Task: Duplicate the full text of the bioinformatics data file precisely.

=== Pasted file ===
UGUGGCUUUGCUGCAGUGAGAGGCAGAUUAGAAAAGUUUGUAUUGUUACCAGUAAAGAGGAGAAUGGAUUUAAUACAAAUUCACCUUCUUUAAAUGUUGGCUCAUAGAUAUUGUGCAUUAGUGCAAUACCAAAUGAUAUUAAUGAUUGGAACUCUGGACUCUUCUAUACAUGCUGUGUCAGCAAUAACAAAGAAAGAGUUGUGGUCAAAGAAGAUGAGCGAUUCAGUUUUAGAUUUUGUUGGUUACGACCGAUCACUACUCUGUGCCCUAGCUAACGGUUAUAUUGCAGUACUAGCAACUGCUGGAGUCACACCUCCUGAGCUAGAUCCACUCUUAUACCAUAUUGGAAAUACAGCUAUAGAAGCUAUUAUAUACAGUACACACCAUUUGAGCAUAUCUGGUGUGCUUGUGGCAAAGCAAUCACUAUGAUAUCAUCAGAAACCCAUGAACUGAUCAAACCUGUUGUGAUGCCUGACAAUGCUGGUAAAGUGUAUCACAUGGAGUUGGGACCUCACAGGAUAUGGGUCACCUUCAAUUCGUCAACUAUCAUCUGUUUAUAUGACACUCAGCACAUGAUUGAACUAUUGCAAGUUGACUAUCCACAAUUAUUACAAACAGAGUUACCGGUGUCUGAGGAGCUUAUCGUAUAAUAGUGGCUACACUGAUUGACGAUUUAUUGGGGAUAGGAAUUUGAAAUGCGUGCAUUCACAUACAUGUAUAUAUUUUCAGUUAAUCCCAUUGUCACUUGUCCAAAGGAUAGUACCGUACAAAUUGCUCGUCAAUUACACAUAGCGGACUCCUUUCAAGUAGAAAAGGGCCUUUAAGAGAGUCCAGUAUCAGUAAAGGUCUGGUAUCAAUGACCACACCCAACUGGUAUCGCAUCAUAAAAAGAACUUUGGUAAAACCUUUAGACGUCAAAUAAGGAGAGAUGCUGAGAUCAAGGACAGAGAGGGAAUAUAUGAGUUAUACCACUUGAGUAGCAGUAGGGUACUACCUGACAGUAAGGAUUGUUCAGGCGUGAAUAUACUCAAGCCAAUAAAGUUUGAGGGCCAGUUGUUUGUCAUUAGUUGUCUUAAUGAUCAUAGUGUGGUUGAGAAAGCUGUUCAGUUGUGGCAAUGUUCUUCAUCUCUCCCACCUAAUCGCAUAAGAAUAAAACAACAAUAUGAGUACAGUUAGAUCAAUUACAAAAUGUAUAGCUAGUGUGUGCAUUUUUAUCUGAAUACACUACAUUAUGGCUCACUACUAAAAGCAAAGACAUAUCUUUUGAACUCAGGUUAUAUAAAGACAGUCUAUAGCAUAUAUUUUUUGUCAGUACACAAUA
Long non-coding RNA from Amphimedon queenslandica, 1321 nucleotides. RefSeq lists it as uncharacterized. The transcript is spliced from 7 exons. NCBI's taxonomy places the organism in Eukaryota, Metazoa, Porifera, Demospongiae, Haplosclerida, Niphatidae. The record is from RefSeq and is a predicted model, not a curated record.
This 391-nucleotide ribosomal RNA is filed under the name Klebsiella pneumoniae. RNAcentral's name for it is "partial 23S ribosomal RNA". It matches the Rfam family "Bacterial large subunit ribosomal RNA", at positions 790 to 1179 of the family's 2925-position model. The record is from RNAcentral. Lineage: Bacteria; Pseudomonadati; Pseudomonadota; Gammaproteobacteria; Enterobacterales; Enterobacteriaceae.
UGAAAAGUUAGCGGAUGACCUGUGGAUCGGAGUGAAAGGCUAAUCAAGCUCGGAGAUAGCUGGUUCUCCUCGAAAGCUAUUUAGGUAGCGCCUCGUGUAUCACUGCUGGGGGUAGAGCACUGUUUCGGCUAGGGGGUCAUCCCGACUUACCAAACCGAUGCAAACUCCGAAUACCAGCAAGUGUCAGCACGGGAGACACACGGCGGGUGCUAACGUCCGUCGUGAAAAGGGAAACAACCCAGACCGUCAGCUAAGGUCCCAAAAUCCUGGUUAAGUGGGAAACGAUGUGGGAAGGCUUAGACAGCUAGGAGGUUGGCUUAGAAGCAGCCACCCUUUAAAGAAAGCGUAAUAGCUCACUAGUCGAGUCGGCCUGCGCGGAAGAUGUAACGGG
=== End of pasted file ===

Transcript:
UGUGGCUUUGCUGCAGUGAGAGGCAGAUUAGAAAAGUUUGUAUUGUUACCAGUAAAGAGGAGAAUGGAUUUAAUACAAAUUCACCUUCUUUAAAUGUUGGCUCAUAGAUAUUGUGCAUUAGUGCAAUACCAAAUGAUAUUAAUGAUUGGAACUCUGGACUCUUCUAUACAUGCUGUGUCAGCAAUAACAAAGAAAGAGUUGUGGUCAAAGAAGAUGAGCGAUUCAGUUUUAGAUUUUGUUGGUUACGACCGAUCACUACUCUGUGCCCUAGCUAACGGUUAUAUUGCAGUACUAGCAACUGCUGGAGUCACACCUCCUGAGCUAGAUCCACUCUUAUACCAUAUUGGAAAUACAGCUAUAGAAGCUAUUAUAUACAGUACACACCAUUUGAGCAUAUCUGGUGUGCUUGUGGCAAAGCAAUCACUAUGAUAUCAUCAGAAACCCAUGAACUGAUCAAACCUGUUGUGAUGCCUGACAAUGCUGGUAAAGUGUAUCACAUGGAGUUGGGACCUCACAGGAUAUGGGUCACCUUCAAUUCGUCAACUAUCAUCUGUUUAUAUGACACUCAGCACAUGAUUGAACUAUUGCAAGUUGACUAUCCACAAUUAUUACAAACAGAGUUACCGGUGUCUGAGGAGCUUAUCGUAUAAUAGUGGCUACACUGAUUGACGAUUUAUUGGGGAUAGGAAUUUGAAAUGCGUGCAUUCACAUACAUGUAUAUAUUUUCAGUUAAUCCCAUUGUCACUUGUCCAAAGGAUAGUACCGUACAAAUUGCUCGUCAAUUACACAUAGCGGACUCCUUUCAAGUAGAAAAGGGCCUUUAAGAGAGUCCAGUAUCAGUAAAGGUCUGGUAUCAAUGACCACACCCAACUGGUAUCGCAUCAUAAAAAGAACUUUGGUAAAACCUUUAGACGUCAAAUAAGGAGAGAUGCUGAGAUCAAGGACAGAGAGGGAAUAUAUGAGUUAUACCACUUGAGUAGCAGUAGGGUACUACCUGACAGUAAGGAUUGUUCAGGCGUGAAUAUACUCAAGCCAAUAAAGUUUGAGGGCCAGUUGUUUGUCAUUAGUUGUCUUAAUGAUCAUAGUGUGGUUGAGAAAGCUGUUCAGUUGUGGCAAUGUUCUUCAUCUCUCCCACCUAAUCGCAUAAGAAUAAAACAACAAUAUGAGUACAGUUAGAUCAAUUACAAAAUGUAUAGCUAGUGUGUGCAUUUUUAUCUGAAUACACUACAUUAUGGCUCACUACUAAAAGCAAAGACAUAUCUUUUGAACUCAGGUUAUAUAAAGACAGUCUAUAGCAUAUAUUUUUUGUCAGUACACAAUA
Long non-coding RNA from Amphimedon queenslandica, 1321 nucleotides. RefSeq lists it as uncharacterized. The transcript is spliced from 7 exons. NCBI's taxonomy places the organism in Eukaryota, Metazoa, Porifera, Demospongiae, Haplosclerida, Niphatidae. The record is from RefSeq and is a predicted model, not a curated record.
This 391-nucleotide ribosomal RNA is filed under the name Klebsiella pneumoniae. RNAcentral's name for it is "partial 23S ribosomal RNA". It matches the Rfam family "Bacterial large subunit ribosomal RNA", at positions 790 to 1179 of the family's 2925-position model. The record is from RNAcentral. Lineage: Bacteria; Pseudomonadati; Pseudomonadota; Gammaproteobacteria; Enterobacterales; Enterobacteriaceae.
UGAAAAGUUAGCGGAUGACCUGUGGAUCGGAGUGAAAGGCUAAUCAAGCUCGGAGAUAGCUGGUUCUCCUCGAAAGCUAUUUAGGUAGCGCCUCGUGUAUCACUGCUGGGGGUAGAGCACUGUUUCGGCUAGGGGGUCAUCCCGACUUACCAAACCGAUGCAAACUCCGAAUACCAGCAAGUGUCAGCACGGGAGACACACGGCGGGUGCUAACGUCCGUCGUGAAAAGGGAAACAACCCAGACCGUCAGCUAAGGUCCCAAAAUCCUGGUUAAGUGGGAAACGAUGUGGGAAGGCUUAGACAGCUAGGAGGUUGGCUUAGAAGCAGCCACCCUUUAAAGAAAGCGUAAUAGCUCACUAGUCGAGUCGGCCUGCGCGGAAGAUGUAACGGG